Liontrust has revised plans to create a new hedge fund for Jeremy Lang. Fund Strategy revealed on September 10 (page 7) the group was planning to create a fund for Lang next year, two-and-a-half years after the closure of the Liontrust Absolute Return fund.
However, according to Liontrust, Lang (pictured) is too busy with management duties and instead William Pattisson is developing a UK hedge fund, which will be launched next year.
The day-to-day manager of the fund, which has yet to be named, will be Ben Fitchew. Fitchew has been at Liontrust for about five years and was previously based in the group’s fund manager analyst department.
In this team of three, he provided quantitative back-up for Liontrust’s fund managers. He works alongside Lang and Pattision on the fund managers’ desk.
Jonathan Harbottle, marketing director at Liontrust, says: “Jeremy, William and Ben all work on the same desk so there is a large amount of cross-fertilisation in the stock selection process.”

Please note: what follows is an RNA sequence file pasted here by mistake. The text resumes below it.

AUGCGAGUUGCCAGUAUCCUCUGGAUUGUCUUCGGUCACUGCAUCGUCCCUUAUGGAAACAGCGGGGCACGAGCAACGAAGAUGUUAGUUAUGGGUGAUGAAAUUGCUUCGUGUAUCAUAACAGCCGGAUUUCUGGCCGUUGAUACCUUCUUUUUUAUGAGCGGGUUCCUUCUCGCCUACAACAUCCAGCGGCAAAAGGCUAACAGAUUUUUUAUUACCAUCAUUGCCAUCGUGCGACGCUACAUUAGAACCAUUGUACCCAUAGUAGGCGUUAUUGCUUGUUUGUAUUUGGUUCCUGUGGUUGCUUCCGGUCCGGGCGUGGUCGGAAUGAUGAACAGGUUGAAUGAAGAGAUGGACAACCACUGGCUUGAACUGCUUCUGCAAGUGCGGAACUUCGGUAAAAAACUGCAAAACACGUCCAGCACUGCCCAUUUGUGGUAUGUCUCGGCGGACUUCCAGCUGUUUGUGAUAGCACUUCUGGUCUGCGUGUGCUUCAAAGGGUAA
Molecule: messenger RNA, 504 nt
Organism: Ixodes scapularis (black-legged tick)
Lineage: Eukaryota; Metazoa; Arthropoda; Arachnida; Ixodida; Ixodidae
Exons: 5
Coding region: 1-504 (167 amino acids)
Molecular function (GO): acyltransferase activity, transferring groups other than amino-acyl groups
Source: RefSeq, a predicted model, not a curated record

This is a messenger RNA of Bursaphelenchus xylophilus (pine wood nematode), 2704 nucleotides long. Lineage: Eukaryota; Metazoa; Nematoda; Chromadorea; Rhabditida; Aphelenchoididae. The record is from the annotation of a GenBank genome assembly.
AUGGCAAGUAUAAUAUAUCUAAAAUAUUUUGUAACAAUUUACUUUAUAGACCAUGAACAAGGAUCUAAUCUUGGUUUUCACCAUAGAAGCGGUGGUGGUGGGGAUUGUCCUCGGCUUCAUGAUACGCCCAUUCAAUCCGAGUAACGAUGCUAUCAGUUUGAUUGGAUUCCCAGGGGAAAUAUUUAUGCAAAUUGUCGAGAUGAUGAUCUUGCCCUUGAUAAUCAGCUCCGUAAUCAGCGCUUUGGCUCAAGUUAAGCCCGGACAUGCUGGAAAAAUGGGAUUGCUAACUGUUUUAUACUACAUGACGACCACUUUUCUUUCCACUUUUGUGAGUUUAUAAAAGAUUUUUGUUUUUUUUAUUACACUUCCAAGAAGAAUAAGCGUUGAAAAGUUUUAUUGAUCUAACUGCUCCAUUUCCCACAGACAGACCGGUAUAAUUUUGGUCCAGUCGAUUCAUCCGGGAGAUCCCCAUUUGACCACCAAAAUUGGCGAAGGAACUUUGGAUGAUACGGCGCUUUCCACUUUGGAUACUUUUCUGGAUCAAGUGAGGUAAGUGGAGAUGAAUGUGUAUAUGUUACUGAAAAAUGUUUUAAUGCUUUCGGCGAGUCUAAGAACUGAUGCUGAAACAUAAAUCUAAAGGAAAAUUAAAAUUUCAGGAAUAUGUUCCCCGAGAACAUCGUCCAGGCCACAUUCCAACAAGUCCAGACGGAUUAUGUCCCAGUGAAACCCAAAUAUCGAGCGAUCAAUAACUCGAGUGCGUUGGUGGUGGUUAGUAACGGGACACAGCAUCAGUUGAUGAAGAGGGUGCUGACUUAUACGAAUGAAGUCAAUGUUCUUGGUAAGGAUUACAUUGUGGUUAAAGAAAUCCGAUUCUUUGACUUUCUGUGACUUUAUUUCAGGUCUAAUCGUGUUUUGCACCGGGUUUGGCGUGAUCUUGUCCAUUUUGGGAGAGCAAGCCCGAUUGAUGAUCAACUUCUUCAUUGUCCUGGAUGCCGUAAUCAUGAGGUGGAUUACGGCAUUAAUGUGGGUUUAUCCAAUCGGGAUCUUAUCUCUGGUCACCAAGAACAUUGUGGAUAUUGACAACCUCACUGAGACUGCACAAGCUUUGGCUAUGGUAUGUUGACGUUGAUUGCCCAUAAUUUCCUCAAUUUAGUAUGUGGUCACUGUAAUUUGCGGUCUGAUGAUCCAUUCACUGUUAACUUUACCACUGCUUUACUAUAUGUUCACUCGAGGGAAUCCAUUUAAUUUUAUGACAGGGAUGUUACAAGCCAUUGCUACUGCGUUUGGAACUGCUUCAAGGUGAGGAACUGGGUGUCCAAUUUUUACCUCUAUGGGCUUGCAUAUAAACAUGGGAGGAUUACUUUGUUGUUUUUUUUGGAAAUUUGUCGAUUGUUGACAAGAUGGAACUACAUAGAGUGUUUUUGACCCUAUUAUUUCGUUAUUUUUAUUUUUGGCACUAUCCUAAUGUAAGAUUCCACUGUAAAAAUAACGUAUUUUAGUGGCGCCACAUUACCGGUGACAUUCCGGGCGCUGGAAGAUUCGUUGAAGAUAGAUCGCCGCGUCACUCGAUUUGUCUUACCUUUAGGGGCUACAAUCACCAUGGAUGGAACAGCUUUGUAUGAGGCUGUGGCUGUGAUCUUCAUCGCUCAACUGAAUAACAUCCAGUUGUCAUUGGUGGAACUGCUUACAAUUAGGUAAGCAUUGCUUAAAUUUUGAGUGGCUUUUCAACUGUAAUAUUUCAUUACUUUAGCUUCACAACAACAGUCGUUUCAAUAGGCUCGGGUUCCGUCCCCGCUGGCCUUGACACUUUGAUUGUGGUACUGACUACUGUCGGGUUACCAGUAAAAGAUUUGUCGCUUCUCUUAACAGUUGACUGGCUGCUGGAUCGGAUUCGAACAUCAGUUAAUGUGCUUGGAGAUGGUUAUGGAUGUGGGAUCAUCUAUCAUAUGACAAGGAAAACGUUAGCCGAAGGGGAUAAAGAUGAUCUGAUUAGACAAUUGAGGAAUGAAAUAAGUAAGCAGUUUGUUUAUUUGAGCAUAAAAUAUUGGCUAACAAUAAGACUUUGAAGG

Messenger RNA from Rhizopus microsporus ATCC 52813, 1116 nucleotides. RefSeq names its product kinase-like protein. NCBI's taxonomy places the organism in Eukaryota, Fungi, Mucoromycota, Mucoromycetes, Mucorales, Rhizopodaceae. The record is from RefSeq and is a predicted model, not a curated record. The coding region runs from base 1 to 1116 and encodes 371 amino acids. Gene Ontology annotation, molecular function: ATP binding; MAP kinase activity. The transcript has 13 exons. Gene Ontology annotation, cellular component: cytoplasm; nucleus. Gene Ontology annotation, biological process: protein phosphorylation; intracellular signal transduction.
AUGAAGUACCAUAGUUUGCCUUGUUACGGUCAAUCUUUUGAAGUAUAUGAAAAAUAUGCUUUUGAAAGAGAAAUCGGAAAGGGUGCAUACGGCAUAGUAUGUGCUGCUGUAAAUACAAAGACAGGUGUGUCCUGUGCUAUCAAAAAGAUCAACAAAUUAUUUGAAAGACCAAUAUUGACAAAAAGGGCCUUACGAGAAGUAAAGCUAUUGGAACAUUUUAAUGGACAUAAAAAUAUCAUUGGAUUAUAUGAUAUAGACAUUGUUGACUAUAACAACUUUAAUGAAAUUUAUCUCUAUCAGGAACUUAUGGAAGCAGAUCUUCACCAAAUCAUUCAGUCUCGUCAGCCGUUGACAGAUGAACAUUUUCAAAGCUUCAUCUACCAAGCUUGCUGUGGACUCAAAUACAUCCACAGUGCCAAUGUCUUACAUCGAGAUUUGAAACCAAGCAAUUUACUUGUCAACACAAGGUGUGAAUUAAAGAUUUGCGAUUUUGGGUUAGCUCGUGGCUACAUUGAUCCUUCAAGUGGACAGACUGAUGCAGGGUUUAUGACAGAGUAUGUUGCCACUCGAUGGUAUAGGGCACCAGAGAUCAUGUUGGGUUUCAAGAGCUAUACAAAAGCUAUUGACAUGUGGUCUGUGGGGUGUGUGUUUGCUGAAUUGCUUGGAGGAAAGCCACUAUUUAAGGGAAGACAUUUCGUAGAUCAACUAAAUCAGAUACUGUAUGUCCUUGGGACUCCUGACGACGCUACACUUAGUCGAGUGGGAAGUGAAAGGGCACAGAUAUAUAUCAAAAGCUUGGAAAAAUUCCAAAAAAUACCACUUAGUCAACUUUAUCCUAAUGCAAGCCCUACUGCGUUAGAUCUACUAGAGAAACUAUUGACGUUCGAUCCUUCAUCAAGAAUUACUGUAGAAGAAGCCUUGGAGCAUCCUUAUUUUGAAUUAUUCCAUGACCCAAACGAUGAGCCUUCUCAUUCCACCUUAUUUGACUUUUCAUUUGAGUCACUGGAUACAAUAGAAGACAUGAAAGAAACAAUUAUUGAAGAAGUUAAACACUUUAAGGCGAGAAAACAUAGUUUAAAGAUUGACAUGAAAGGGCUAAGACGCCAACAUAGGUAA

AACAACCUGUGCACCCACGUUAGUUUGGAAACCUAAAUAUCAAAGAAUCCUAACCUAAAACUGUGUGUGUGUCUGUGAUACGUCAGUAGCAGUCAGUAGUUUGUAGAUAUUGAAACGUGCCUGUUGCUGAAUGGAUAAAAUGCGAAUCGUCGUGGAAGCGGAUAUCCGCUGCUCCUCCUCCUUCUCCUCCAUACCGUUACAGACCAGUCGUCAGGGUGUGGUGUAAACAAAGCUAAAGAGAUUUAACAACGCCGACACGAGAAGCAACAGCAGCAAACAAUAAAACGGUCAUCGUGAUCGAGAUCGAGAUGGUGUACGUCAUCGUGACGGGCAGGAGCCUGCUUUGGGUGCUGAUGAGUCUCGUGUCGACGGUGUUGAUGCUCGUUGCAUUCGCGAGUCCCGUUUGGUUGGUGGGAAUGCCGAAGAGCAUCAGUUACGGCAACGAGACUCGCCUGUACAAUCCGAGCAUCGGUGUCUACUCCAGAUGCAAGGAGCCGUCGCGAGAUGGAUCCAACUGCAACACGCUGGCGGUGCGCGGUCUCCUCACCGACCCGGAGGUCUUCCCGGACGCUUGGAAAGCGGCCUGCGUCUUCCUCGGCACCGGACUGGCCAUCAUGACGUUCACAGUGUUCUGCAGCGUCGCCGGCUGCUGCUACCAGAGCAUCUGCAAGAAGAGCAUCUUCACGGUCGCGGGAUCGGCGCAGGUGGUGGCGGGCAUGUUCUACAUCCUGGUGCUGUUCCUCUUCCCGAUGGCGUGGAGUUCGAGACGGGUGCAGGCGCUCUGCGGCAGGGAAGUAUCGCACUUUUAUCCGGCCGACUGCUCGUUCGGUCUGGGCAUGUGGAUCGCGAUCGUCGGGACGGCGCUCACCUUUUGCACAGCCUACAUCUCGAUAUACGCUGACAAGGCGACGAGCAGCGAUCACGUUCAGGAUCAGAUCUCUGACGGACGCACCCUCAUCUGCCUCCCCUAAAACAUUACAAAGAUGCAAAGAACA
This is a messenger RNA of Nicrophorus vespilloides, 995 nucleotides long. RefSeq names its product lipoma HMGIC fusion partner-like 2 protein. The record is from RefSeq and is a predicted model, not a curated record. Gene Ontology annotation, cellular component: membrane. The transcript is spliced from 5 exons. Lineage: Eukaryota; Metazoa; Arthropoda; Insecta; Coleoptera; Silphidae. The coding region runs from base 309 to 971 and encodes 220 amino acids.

Harbottle says while Fitchew will manage the new hedge fund, the portfolio will be based on a mixture of Pattisson’s large cap investment process employed on his £32m First Large Cap fund and Lang’s value process, used on First Income.
In February 2005 Lang’s Absolute Return fund closed, only two-and-a-half years after its launch in September 2002. In that time the hedge fund fell 19p in price from 100p to 81p.
Designed as a mixture of the equity income and growth processes used by Lang, it was his short positions that hurt the fund’s performance. According to Harbottle the portfolio suffered because an “unusual” amount of corporate activity pushed up the prices of the stocks in which the fund held short positions.
Harbottle says Lang’s experience has taught them more about shorting techniques.
Indeed, Harbottle adds the group is not ruling out the possibility of launching a 130/30 fund. He says: “We are more likely to launch a European 130/30 fund than a UK fund and this would be some time next year. However, we will only do it there is client demand for it.”